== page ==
By the Book

By

Published December 23, 2009

Dragos Bucur in Police, Adjective; Marius Panduru

 

Corneliu Porumboiu’s lo-fi police procedural, Police, Adjective, doesn’t end with a bad guy getting his due–it ends with a drawn-out discussion about the meaning of words like law and conscience. Despite (or perhaps in part because of) its unorthodox crowning scene, the Romanian director’s sophomore film has wowed critics, taking a  jury prize at Cannes this year.

Cristi (Dragos Bucur) is a young undercover cop who spends his days following around a kid suspected of offering hashish to his friends–an offense punishable by up to eight years in prison. Cristi does his job, dutifully filing reports, but keeps putting off the sting. Reluctant to ruin the boy’s life, he hopes every day that the country’s draconian drug laws will relax to resemble western Europe’s.

Finally, Cristi’s fed-up boss (Vlad Ivanov) sits him down and has him read aloud from the dictionary. In their circularity, the definitions of words like moral and police reinforce the chief’s argument that Cristi must do his job, a neat illustration of the self-containment of legal and political systems.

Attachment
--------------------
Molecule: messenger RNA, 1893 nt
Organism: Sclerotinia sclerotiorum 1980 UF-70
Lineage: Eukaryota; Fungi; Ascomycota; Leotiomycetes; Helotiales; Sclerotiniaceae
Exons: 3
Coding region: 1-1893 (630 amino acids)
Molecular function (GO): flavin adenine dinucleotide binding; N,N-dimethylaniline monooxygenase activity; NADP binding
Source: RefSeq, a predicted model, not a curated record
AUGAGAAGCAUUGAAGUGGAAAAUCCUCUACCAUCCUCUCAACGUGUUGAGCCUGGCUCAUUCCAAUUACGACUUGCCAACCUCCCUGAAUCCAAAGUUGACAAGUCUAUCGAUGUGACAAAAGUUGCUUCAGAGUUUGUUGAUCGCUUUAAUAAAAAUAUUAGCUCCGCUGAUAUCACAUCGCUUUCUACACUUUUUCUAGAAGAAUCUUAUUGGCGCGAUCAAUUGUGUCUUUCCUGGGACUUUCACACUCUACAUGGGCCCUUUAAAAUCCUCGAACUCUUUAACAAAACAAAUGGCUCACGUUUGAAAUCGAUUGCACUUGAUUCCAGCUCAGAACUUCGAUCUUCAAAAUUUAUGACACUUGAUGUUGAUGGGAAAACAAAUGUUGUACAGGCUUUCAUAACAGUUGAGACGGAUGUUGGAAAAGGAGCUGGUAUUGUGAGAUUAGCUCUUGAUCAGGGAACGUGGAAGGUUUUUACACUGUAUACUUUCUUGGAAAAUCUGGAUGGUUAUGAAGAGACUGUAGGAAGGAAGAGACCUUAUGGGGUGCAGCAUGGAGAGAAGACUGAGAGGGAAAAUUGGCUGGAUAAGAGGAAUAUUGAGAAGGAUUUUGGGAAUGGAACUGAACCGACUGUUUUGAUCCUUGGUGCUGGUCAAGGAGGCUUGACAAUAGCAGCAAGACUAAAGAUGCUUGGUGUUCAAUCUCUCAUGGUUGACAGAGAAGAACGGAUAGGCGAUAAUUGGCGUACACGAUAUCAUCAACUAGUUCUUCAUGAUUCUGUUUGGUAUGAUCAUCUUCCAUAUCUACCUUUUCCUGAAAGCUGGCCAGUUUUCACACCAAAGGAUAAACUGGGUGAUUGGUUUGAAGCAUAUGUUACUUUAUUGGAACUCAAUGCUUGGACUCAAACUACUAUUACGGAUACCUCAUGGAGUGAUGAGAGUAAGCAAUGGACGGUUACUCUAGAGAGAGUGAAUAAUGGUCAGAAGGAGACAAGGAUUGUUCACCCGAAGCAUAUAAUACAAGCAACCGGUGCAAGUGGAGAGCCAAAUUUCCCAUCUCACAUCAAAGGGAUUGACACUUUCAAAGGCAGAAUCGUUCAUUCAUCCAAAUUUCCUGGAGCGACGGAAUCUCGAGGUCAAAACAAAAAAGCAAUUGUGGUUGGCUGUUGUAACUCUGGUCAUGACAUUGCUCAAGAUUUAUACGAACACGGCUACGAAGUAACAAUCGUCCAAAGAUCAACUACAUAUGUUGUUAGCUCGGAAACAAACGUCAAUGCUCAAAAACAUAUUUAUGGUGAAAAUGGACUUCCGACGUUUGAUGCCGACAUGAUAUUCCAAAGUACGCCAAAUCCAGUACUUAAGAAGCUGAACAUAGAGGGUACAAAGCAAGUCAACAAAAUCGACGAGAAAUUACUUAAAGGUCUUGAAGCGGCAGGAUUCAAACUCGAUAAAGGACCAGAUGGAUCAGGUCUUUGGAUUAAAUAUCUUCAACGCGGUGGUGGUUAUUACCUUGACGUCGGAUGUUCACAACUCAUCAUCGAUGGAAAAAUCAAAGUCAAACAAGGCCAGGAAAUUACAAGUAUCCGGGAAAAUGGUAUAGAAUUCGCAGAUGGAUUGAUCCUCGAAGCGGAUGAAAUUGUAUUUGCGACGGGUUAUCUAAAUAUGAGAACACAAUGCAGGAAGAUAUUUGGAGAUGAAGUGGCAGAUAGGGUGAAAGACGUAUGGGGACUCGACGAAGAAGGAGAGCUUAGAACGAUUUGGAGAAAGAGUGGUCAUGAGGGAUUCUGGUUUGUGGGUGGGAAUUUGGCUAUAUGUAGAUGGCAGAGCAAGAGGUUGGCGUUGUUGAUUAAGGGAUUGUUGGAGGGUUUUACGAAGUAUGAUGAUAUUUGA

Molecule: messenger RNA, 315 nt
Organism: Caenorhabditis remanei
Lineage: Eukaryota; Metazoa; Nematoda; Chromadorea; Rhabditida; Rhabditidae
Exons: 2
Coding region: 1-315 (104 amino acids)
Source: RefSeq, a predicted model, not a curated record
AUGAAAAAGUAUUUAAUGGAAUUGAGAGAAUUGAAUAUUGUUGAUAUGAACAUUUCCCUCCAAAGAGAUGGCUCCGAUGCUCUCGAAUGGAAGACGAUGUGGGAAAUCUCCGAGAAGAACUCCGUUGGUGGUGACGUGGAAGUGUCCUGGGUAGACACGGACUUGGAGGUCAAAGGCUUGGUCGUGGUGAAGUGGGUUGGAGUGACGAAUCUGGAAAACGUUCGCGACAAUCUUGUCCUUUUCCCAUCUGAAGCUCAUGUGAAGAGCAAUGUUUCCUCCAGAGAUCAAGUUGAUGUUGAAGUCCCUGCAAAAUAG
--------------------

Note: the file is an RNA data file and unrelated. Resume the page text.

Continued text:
Porumbiou says that while conceiving of the film, he e-mailed 15 friends asking them to define conscience. The sheer variety of responses stunned him. “From that moment,” he wrote by email, “the movie became one about language.” At unexpected moments, Cristi and other characters linger over grammar. “I tried to find out what was hidden behind words, how words can be interpreted, and how they imply lots of different points of view,” the director said. And show how ultimately, the dictionary favors one over the other.

Police, Adjective is out this week.